TAVR Debris Captured by Sentinel Embolic Protection Differs by Valve Type

The main message is that filters captured debris in nearly all patients, one expert says, though it’s not yet clear who needs protection the most.

TAVR Debris Captured by Sentinel Embolic Protection Differs by Valve Type

Tissue particles captured by the Sentinel filter during TAVR vary according to what valve is being implanted, according to a new analysis. There appear to be differences in the size and number of captured tissue particles, researchers found, with the largest particles observed among patients treated with balloon-expandable devices. That said, Sentinel captured debris in nearly all cases.

Last year, the US Food and Drug Administration approved the Sentinel device (Boston Scientific) for use during TAVR despite the SENTINEL trial missing its primary efficacy endpoint of significant reductions in new brain lesion volume on MRI. Cerebral protection for TAVR patients also has been a controversial topic given that use of these expensive filters is not always reimbursed.

Data presented last week at the European Society of Cardiology (ESC) Congress 2018 by Julia Seeger, MD (University of Ulm, Germany), and now published in the September 10, 2018, issue of JACC: Cardiovascular Interventions, give more detailed look at embolic protection.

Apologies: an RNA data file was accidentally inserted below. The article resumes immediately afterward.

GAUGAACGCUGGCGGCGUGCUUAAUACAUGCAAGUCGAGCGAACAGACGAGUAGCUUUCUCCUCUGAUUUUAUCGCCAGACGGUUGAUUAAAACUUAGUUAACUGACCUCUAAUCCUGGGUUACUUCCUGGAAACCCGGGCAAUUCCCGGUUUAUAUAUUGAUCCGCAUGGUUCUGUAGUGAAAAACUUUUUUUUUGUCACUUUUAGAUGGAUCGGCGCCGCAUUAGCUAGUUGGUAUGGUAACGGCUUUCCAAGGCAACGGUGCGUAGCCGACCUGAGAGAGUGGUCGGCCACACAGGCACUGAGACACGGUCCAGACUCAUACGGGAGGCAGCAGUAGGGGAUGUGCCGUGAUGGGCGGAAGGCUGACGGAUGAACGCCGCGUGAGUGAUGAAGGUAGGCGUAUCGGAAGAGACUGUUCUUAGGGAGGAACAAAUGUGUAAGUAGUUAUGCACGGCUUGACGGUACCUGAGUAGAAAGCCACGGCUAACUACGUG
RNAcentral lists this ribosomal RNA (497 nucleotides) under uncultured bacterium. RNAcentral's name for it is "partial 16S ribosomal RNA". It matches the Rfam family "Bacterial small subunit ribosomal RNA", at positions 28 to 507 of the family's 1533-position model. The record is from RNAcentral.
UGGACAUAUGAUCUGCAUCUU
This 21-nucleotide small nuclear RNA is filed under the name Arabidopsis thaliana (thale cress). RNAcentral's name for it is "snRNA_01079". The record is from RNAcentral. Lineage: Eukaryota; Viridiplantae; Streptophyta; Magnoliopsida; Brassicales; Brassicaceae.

After completing histopathology and histomorphometry analyses on the filters of 100 consecutive patients who underwent TAVR at their institution, Seeger and colleagues found debris in 96% of the proximal filters and 97% of the distal filters. The type of debris did not differ among the three TAVR valves used—the balloon-expandable Sapien 3 (n = 42; Edwards Lifesciences), the self-expanding Evolut R (n = 35; Medtronic), and the mechanically implanted Lotus (n = 23; Boston Scientific)—but there were more patients with large debris 1,000 µm in the Sapien 3 arm. Additionally, patients treated with the Lotus valve had fewer particles in their proximal filters (mean 89.8) compared with those implanted with Evolut R (mean 187.3) and Sapien 3 (mean 172.3; P = 0.035).

Barriers to Selective Use

Commenting to TCTMD, Howard Herrmann, MD (Penn Heart and Vascular Center, Philadelphia, PA), who was not involved with the study, said that the main take-home message is that “something was seen in the great majority of filters from everybody.” Due to the study’s size and its observational nature with missing data points, he said, it’s premature to draw any conclusions about whether to guide cerebral protection based on the type of TAVR valve used, however.

This study “reinforces the concept and conclusion from the SENTINEL trial and from other registries . . . that demonstrated that in most patients filters are capturing debris and that most of us would rather see the debris in filters than in our patients' brains,” Herrmann observed. “It doesn’t change the fact that the trial was unable to prove [a reduction in] stroke at 30 days and that has left clinicians a little bit in the middle between deciding whether the benefit is truly in capturing debris or in preventing strokes and is it worth the cost of the device.”

The problem, Seeger said in a panel discussion following her presentation, is that there are no currently known predictors of which TAVR patients are at a higher risk for stroke. “I can’t tell you in which patients you should use [embolic protection] and in which patients you shouldn’t use it,” she observed.